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Panasonic TVs 2012: Sleeker, better plasmas, more LCDs, and...passive 3D?

CNET compares the 2012 lineups of major TV makers based on their CES announcements.

The flagship VT50 plasma sails with a one-sheet-of-glass design and the promise of better picture quality. Panasonic

Panasonic is still serious about plasma, but in 2012 it will release more (and bigger) LCDs than ever, including one with passive 3D--complete with cheap glasses.

As usual CES provided a full look at the company's 2012 TV hardware plans and we covered them extensively in blog and video form, but the table below attempts to coalesce those plans in the most "scannable, glanceable" view possible. All of it came from the company's official CES press releases, although a few of the Notes were the result of follow-up conversations I had with company reps.

You won't find these TVs described in detail on Panasonic's Web site yet. The company, like all of those I'm profiling in tables over the next few days, holds back its Web site updates until the 2012 models start shipping.

Anyway, here's the table. Scroll lower in the post for more detail and click through to the series links for even more, including those patented in-depth blog posts.


  1. "MAP Price" stands for Minimum Advertised Price, meaning the price most merchants will advertise when the product launches. It's usually a couple hundred less than Manufacturer's Suggested Retail Price (MSRP). The prices listed on the chart are based on leaked information; official pricing and availability will most likely be announced in early March, and I expect details on the VT50 will follow later in April.

  2. An entry of "X" or a brief description (e.g., "2D and 3D") means the TV has the feature. A blank entry means it does not. An entry of "TBD" means I don't know yet.

  3. I expect the Infinite Black Ultra panel to have better black levels than the Pro variety, which in turn should outperform the standard 1080p/720p panels found on the UT50 models and lower. There's a bit more on panel tech in the videos attached to the VT50/GT50/ST30 blog posts, if you're curious.

  4. In the 1080p/24 column, 96Hz and 48Hz refer to the refresh rate of the screen when a special 1080p/24 mode is engaged. If performance from past years is any indication, flicker in the 48Hz mode will render it essentially useless. Happily for film buffs however, dis-engaging that special mode while still sending the TV 1080p/24 content will preserve the correct cadence of film (see the ST30 review for details).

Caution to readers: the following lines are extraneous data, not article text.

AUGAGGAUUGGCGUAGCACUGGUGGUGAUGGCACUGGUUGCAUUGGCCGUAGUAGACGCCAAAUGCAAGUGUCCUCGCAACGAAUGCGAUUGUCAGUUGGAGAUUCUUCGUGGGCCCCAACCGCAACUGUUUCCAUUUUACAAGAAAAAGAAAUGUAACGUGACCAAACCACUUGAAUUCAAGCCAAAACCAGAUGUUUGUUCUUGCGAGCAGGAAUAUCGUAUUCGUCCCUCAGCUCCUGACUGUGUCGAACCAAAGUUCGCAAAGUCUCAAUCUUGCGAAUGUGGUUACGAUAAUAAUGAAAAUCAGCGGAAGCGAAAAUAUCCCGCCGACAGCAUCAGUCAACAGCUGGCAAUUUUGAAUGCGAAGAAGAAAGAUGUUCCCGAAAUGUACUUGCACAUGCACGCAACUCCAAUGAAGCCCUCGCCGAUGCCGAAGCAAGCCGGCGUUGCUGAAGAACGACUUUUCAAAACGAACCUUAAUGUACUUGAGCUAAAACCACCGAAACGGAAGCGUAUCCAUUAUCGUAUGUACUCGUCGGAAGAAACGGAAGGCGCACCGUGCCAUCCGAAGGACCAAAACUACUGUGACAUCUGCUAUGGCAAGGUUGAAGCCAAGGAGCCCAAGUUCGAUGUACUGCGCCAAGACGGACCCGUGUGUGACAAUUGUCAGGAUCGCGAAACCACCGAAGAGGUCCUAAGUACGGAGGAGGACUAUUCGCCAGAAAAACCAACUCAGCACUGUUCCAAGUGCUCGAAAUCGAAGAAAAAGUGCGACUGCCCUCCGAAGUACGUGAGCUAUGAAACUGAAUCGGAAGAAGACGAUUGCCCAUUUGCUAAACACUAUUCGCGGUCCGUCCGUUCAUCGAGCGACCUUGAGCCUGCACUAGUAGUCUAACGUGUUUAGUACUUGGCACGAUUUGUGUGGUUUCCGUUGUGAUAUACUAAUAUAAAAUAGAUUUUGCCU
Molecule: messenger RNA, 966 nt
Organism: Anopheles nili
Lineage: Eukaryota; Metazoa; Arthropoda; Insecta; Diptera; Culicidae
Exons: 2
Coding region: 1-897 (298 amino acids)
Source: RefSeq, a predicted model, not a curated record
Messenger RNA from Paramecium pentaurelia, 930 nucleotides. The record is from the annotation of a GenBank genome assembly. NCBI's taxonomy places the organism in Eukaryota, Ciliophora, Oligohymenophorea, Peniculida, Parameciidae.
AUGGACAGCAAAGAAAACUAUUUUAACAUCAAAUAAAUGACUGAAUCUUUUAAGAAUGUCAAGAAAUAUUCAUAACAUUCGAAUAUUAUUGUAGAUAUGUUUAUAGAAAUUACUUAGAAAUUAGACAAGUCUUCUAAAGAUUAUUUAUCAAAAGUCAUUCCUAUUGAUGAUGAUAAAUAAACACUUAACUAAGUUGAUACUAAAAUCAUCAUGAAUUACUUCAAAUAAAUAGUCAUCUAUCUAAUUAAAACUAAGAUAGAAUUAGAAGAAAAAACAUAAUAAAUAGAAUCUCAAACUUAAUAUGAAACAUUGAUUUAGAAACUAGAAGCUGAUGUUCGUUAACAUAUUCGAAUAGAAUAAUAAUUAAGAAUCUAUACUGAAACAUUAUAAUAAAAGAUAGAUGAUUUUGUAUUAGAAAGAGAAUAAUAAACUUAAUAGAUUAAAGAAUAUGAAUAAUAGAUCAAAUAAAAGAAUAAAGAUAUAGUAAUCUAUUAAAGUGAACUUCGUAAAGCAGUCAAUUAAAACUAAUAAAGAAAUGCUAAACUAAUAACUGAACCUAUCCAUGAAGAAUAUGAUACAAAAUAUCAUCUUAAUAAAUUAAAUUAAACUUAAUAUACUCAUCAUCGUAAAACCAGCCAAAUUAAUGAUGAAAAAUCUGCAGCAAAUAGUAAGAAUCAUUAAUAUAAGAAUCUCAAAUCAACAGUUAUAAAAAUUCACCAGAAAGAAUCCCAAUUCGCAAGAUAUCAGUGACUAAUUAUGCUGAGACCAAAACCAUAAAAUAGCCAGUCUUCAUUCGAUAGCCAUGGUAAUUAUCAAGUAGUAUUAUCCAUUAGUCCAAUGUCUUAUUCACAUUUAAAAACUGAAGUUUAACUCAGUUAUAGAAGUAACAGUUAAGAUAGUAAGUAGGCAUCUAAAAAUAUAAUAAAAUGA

5. I was told that the VT50 will have those extensive picture controls (like 10-point color temperature) not found on the GT50 and lower sets, but whether they suffer the same issues as on the 2011 VT30 is an open question.

  6. Since Panasonic offers both in 2012, you might want a refresher on passive vs. active 3D. None of the active 3D models (including the VT50) will include 3D glasses.

  7. The 2011 version of Panasonic's Viera Connect platform was our favorite overall, mainly because of its quality apps and simple design. See our ST50 writeup for more on 2012's improvements; the new web browser is not included on the UT50 model.

  8. The XT50 and LE5 sets lack full Viera Connect but include "Online Movies, a service that provides select Panasonic's IPTV functionality by adding five of the most popular movies to the TV's internet functionality."

  9. I don't list refresh rate (600Hz or otherwise), drive/phosphor speeds, or any of the other myriad arcane specs Panasonic included in its releases because frankly I don't think they'll matter much. The same goes for numerous other specs you won't find on these tables.

  10. Update 2/2: I have published the full spec sheets for Panasonic's 2012 plasma and LCD lineup, for anybody who wants even more detail. And no, I couldn't figure out how to freeze rows/columns in the URL'd Google sheet.

Want to check out the 2012 lineups of other TV makers?


  • Jan 30th: Added release dates for plasmas; see first comment below (thanks to reader Robert Zohn). Corrected typos; see third comment below (thanks to reader jladis).
  • Feb 2: Added and screen finish columns 1080p/24 based on Panasonic's official specs spreadsheets (see final note).
  • Feb 7: Added leaked pricing for most plasmas and updated VT50 release date to May per
  • Feb 13: Clarified that pricing was MSRP, not MAP, modified first note accordingly.
  • Feb 27: Added leaked pricing for LED/LCDs, added TC-PLE50 series LED, both per hdguru. Corrected chart and notes to show MAP pricing, not MSRP as originally indicated.